The mounting system is one of the most important things you need to consider when buying a monitor arm. You’ll find that monitor arms typically come with a clamp mount or a grommet mount, or even both. There are some major differences between these two mounting options.
A clamp mount is generally a c-shaped mounting system that will wrap around your work surface in order to clamp down securely.
On the other hand, a grommet mount will pass through a grommet hole, which is a circular hole that goes through the surface of your desk. From this hole, you mount you’re monitor arm with pieces squeezing on top and below your desk surface. This is the cleanest looking option that we recommend to those looking
Surface thickness in desk edge restrictions from things like ledges or ornamental pieces are thing you need to consider when mounting a new monitor arm. When you look at the thickness of your work surface, you must ensure you have a monitor arm that has a range in the clamp or grommet mount system, that is wide enough to securely mount on the desk. Additionally, you need to be able to far enough into the desk as some may have a knife edge, which causes issues for both clamp and grommet mount monitor arms. If your desk has a ledge on the back that is hard to access and/or find a place to mount the monitor arm, this can also be an issue. It’s important to check these things when measuring your next monitor arm.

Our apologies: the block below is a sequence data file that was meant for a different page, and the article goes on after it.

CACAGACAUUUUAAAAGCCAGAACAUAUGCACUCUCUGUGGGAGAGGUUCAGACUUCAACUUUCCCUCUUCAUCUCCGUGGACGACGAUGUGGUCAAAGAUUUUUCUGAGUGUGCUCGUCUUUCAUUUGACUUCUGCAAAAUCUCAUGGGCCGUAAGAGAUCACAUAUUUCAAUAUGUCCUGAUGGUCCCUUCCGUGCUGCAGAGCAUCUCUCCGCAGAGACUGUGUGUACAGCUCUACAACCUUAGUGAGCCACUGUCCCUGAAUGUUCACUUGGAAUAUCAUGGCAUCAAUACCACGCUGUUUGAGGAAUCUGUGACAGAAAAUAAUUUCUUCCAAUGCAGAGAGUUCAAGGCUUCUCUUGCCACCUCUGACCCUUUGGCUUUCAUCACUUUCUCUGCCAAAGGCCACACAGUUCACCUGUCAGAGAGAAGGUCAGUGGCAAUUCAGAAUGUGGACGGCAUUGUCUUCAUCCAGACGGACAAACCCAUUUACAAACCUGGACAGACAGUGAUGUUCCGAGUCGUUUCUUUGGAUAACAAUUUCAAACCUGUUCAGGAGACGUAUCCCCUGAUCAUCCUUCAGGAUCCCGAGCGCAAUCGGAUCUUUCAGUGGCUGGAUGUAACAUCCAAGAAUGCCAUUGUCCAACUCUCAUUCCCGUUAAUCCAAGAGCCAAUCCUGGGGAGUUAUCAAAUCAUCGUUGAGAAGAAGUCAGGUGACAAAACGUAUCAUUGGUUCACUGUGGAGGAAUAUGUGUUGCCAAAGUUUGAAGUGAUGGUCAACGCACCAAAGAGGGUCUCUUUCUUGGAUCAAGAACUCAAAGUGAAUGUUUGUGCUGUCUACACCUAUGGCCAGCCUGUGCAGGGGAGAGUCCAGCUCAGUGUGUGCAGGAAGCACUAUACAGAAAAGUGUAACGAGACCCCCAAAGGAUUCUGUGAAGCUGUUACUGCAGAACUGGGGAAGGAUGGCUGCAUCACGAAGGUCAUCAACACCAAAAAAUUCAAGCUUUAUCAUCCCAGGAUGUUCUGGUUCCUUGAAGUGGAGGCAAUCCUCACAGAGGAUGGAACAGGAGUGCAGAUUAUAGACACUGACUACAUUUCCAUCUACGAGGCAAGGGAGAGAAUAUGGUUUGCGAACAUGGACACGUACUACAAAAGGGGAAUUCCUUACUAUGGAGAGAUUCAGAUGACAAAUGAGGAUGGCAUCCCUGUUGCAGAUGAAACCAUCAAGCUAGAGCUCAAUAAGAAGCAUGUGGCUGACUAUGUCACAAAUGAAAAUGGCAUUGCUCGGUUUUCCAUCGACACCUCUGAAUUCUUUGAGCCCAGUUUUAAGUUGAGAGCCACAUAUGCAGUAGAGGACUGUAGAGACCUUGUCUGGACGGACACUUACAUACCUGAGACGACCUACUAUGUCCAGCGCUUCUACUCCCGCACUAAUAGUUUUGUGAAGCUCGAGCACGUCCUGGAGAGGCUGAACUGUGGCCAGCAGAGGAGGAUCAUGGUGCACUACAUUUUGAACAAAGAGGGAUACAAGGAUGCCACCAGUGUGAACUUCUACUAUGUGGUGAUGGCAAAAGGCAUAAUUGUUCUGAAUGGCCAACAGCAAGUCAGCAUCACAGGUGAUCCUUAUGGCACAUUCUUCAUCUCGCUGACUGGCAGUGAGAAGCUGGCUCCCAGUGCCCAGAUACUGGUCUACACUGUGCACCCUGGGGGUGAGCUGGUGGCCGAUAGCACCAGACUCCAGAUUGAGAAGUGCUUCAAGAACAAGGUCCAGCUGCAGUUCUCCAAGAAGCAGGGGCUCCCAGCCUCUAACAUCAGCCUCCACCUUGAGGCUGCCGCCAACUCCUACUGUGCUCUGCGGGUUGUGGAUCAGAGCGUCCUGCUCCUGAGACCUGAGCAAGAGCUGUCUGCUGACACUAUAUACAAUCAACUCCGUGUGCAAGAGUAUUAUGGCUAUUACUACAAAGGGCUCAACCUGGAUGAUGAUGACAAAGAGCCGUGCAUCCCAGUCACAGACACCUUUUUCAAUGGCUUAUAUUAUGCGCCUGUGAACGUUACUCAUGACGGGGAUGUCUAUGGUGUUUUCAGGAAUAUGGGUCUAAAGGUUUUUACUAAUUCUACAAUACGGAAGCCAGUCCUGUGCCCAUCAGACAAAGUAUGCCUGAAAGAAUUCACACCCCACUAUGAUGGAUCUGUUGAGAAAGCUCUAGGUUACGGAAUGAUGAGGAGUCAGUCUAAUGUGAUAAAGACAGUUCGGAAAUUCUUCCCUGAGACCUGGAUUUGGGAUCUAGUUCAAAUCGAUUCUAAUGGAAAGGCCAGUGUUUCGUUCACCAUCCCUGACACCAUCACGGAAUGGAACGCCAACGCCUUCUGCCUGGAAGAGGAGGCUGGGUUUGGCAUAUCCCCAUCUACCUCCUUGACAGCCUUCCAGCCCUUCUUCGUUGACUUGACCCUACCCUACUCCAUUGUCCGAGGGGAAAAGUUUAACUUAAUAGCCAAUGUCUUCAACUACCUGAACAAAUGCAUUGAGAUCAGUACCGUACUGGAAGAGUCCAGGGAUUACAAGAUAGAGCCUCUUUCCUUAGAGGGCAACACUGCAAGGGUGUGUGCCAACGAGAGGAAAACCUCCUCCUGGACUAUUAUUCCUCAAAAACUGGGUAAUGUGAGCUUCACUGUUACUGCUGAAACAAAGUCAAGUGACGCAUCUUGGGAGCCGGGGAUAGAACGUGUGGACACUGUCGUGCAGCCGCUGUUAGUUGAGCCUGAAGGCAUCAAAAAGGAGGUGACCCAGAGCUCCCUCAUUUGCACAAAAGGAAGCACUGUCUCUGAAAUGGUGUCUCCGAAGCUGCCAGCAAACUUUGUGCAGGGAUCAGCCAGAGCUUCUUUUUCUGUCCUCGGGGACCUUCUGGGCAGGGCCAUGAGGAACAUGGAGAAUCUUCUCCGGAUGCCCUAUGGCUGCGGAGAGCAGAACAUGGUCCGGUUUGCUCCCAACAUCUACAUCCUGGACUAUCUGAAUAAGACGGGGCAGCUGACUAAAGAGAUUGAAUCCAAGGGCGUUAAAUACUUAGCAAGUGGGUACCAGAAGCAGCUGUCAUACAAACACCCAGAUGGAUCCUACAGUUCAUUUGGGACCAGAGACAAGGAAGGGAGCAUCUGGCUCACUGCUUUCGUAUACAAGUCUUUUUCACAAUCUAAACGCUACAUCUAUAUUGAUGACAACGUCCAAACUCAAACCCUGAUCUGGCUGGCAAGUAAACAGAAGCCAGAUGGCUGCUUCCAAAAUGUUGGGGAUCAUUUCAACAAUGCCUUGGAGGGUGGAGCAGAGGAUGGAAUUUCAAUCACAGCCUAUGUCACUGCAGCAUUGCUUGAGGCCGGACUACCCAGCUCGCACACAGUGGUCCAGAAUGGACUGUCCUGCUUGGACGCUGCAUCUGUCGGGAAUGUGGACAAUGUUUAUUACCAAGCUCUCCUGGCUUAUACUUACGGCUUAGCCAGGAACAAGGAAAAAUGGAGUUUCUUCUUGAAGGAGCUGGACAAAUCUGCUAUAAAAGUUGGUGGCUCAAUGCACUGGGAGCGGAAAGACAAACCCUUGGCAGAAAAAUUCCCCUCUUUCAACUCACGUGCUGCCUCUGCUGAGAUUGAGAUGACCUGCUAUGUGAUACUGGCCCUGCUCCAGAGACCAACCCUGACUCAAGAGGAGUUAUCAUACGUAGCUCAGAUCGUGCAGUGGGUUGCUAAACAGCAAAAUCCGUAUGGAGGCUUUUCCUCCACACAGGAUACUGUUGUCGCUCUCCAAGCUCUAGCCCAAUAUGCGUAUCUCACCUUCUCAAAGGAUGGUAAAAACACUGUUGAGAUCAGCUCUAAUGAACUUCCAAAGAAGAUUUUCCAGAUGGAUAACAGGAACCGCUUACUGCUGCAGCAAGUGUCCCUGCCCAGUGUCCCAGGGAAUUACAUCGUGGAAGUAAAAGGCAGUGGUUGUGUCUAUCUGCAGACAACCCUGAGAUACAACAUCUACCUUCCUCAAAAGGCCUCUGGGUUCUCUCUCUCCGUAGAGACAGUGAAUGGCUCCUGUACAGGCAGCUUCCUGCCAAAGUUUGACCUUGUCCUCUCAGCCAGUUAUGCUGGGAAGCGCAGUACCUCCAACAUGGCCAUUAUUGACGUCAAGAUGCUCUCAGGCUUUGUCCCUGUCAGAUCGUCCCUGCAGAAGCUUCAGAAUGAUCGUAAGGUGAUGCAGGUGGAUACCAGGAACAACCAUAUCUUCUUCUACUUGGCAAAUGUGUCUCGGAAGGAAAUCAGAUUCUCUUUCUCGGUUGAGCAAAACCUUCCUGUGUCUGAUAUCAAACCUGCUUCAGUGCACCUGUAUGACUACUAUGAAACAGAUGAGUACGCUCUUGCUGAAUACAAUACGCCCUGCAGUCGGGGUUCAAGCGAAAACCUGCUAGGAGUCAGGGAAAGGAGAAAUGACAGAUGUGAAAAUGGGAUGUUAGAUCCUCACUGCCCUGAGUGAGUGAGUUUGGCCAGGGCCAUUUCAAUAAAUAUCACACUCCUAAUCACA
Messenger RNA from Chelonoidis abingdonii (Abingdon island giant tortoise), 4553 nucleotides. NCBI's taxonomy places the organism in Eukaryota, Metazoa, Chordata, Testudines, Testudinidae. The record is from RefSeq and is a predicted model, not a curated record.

Stability needs to be considered when thinking about work efficiency with your new monitor arm. Any time you type, lean, or even move on the desk, you’ll find that monitor arms exaggerate the motion by vibrating or bouncing around on the desk. This motion can be limited depending on the design of the monitor arm you purchase.
We’ve found that monitor arms that extend far from the desk, or mounting point, are going to be subject to the most amount of motion. You’ll find that cheap monitor arms are also offenders of this. If you’re wanting to find the most secure mount, we generally look for something that is directly attached to a post, limiting the amount of length from where it’s mounted, to where you are connected to your desk.
Something that is commonly overlooked when people are shopping for monitor arms is the amount of space you have behind your desk. Depending on the design of the arm or if you have multiple monitors, there is a potential issue with how the arm sits behind and beyond the desk, running into things like a wall or other desk. It’s important to know how and where your monitor and monitor arm will sit on your desk, especially if space requirement is an issue.